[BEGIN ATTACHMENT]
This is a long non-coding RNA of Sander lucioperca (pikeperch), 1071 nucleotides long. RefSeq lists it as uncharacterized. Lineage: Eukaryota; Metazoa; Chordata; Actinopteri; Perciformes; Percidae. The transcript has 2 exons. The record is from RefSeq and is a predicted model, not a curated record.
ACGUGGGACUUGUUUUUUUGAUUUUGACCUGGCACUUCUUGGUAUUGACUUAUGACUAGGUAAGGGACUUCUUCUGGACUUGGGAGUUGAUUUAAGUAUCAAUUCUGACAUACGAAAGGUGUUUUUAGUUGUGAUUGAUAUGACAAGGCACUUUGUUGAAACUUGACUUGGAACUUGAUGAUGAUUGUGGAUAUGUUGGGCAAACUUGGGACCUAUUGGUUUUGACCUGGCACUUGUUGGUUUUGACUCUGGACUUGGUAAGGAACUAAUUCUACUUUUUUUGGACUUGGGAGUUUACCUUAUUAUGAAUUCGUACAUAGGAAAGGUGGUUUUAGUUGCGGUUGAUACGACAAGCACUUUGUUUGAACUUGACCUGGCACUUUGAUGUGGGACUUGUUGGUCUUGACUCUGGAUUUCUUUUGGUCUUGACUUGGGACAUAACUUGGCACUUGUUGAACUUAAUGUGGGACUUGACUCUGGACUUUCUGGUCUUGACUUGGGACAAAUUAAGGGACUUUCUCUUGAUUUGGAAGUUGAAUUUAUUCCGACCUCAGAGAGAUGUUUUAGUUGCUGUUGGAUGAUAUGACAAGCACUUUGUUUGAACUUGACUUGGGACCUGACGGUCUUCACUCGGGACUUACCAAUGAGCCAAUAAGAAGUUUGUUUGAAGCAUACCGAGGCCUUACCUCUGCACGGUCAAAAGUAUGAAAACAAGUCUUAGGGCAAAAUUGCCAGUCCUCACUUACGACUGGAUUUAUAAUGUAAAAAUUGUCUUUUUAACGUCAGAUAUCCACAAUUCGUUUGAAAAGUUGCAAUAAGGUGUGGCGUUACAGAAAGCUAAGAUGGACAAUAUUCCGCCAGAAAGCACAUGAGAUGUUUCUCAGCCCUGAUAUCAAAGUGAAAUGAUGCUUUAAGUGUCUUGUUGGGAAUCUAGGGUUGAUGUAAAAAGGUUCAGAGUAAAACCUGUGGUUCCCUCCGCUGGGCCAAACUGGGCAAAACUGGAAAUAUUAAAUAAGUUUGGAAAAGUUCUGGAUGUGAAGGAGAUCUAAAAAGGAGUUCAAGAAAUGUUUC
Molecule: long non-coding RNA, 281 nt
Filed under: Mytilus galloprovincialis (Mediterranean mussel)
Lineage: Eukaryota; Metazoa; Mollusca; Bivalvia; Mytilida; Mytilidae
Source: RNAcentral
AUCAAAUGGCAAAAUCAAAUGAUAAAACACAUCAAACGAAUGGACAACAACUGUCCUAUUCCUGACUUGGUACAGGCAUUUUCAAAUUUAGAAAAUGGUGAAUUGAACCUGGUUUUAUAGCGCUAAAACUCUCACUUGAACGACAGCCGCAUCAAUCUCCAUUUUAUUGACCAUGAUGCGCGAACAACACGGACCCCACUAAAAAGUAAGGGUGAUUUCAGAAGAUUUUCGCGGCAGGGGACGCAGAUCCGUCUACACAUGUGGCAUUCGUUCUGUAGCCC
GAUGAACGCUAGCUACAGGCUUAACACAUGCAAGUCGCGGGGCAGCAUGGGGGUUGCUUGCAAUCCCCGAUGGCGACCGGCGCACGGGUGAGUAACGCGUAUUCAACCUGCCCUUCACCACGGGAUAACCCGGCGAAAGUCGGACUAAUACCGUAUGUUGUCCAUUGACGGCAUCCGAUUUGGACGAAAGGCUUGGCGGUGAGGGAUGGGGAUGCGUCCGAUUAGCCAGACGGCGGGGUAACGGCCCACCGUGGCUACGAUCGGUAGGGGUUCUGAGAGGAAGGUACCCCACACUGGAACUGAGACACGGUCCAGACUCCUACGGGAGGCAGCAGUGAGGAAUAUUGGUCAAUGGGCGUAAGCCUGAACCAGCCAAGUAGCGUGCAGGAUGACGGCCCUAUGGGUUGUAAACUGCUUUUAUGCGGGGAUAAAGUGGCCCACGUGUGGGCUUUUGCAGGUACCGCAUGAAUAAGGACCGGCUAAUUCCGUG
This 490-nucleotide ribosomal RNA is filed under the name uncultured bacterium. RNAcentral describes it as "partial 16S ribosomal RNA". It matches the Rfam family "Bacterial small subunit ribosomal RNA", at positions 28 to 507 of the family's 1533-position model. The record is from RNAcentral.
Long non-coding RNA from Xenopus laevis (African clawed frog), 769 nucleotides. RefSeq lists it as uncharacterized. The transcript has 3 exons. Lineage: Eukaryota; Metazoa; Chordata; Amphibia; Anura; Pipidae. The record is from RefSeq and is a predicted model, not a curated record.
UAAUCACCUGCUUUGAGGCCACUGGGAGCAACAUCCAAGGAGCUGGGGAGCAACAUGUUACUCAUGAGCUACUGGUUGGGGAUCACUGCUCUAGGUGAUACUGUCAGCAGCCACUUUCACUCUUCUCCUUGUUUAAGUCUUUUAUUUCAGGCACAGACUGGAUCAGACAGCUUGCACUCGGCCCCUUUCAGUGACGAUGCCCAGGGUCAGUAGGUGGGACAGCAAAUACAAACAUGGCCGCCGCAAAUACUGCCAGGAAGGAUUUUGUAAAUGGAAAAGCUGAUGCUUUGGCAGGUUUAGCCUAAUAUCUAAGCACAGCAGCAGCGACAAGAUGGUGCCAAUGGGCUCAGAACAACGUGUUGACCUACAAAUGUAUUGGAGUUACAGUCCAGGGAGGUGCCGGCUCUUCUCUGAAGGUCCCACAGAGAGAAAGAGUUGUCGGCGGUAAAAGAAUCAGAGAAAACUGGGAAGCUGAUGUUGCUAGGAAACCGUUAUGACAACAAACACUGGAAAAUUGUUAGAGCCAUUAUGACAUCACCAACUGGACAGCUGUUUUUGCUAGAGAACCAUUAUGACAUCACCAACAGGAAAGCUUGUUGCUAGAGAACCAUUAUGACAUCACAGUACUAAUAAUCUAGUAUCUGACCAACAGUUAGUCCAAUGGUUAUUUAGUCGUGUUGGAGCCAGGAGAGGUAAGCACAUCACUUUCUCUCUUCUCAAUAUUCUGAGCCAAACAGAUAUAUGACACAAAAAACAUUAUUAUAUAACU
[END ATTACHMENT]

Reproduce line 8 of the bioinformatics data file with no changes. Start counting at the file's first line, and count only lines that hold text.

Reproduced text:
GAUGAACGCUAGCUACAGGCUUAACACAUGCAAGUCGCGGGGCAGCAUGGGGGUUGCUUGCAAUCCCCGAUGGCGACCGGCGCACGGGUGAGUAACGCGUAUUCAACCUGCCCUUCACCACGGGAUAACCCGGCGAAAGUCGGACUAAUACCGUAUGUUGUCCAUUGACGGCAUCCGAUUUGGACGAAAGGCUUGGCGGUGAGGGAUGGGGAUGCGUCCGAUUAGCCAGACGGCGGGGUAACGGCCCACCGUGGCUACGAUCGGUAGGGGUUCUGAGAGGAAGGUACCCCACACUGGAACUGAGACACGGUCCAGACUCCUACGGGAGGCAGCAGUGAGGAAUAUUGGUCAAUGGGCGUAAGCCUGAACCAGCCAAGUAGCGUGCAGGAUGACGGCCCUAUGGGUUGUAAACUGCUUUUAUGCGGGGAUAAAGUGGCCCACGUGUGGGCUUUUGCAGGUACCGCAUGAAUAAGGACCGGCUAAUUCCGUG